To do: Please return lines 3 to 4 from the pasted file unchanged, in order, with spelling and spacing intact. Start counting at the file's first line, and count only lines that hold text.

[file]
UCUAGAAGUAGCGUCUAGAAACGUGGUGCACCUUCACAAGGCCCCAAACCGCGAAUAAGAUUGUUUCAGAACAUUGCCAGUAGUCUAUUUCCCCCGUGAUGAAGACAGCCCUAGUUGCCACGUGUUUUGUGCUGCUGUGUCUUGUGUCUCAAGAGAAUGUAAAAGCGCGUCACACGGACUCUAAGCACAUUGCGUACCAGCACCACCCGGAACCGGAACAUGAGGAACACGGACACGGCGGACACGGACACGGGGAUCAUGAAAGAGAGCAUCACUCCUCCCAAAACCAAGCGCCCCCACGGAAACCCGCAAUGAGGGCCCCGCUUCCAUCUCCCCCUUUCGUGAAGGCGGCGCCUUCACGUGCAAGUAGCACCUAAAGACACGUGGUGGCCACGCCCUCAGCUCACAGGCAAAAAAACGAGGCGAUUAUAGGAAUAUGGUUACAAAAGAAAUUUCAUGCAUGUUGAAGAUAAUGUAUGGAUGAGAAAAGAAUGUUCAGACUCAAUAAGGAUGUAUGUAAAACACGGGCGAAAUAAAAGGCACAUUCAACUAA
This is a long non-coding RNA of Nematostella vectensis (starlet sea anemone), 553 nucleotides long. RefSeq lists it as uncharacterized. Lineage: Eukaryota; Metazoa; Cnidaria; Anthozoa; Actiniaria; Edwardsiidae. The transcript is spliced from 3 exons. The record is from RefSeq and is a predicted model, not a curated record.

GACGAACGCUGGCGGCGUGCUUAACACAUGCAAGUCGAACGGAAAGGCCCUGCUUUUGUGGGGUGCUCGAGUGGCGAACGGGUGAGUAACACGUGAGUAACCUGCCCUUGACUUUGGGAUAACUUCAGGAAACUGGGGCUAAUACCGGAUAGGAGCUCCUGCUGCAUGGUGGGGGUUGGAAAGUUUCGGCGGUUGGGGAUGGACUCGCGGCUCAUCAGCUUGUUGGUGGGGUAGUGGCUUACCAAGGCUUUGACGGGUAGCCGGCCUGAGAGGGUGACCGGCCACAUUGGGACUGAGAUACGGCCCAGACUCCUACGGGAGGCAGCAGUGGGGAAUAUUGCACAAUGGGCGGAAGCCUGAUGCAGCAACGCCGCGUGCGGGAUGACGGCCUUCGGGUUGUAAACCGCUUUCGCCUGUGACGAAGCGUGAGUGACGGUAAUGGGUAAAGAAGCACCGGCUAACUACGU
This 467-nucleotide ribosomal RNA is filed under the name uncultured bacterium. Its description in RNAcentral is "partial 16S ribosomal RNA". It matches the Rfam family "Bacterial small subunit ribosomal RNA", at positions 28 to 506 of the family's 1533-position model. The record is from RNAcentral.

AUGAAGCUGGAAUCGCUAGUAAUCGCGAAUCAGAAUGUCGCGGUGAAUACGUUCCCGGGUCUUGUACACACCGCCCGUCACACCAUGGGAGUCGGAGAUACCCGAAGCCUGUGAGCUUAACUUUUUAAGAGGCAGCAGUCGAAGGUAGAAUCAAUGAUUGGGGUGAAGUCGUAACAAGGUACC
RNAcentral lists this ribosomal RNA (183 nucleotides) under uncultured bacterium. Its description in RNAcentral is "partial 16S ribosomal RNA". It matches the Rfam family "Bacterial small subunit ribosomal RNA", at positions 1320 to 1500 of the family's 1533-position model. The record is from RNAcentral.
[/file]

GACGAACGCUGGCGGCGUGCUUAACACAUGCAAGUCGAACGGAAAGGCCCUGCUUUUGUGGGGUGCUCGAGUGGCGAACGGGUGAGUAACACGUGAGUAACCUGCCCUUGACUUUGGGAUAACUUCAGGAAACUGGGGCUAAUACCGGAUAGGAGCUCCUGCUGCAUGGUGGGGGUUGGAAAGUUUCGGCGGUUGGGGAUGGACUCGCGGCUCAUCAGCUUGUUGGUGGGGUAGUGGCUUACCAAGGCUUUGACGGGUAGCCGGCCUGAGAGGGUGACCGGCCACAUUGGGACUGAGAUACGGCCCAGACUCCUACGGGAGGCAGCAGUGGGGAAUAUUGCACAAUGGGCGGAAGCCUGAUGCAGCAACGCCGCGUGCGGGAUGACGGCCUUCGGGUUGUAAACCGCUUUCGCCUGUGACGAAGCGUGAGUGACGGUAAUGGGUAAAGAAGCACCGGCUAACUACGU
This 467-nucleotide ribosomal RNA is filed under the name uncultured bacterium. Its description in RNAcentral is "partial 16S ribosomal RNA". It matches the Rfam family "Bacterial small subunit ribosomal RNA", at positions 28 to 506 of the family's 1533-position model. The record is from RNAcentral.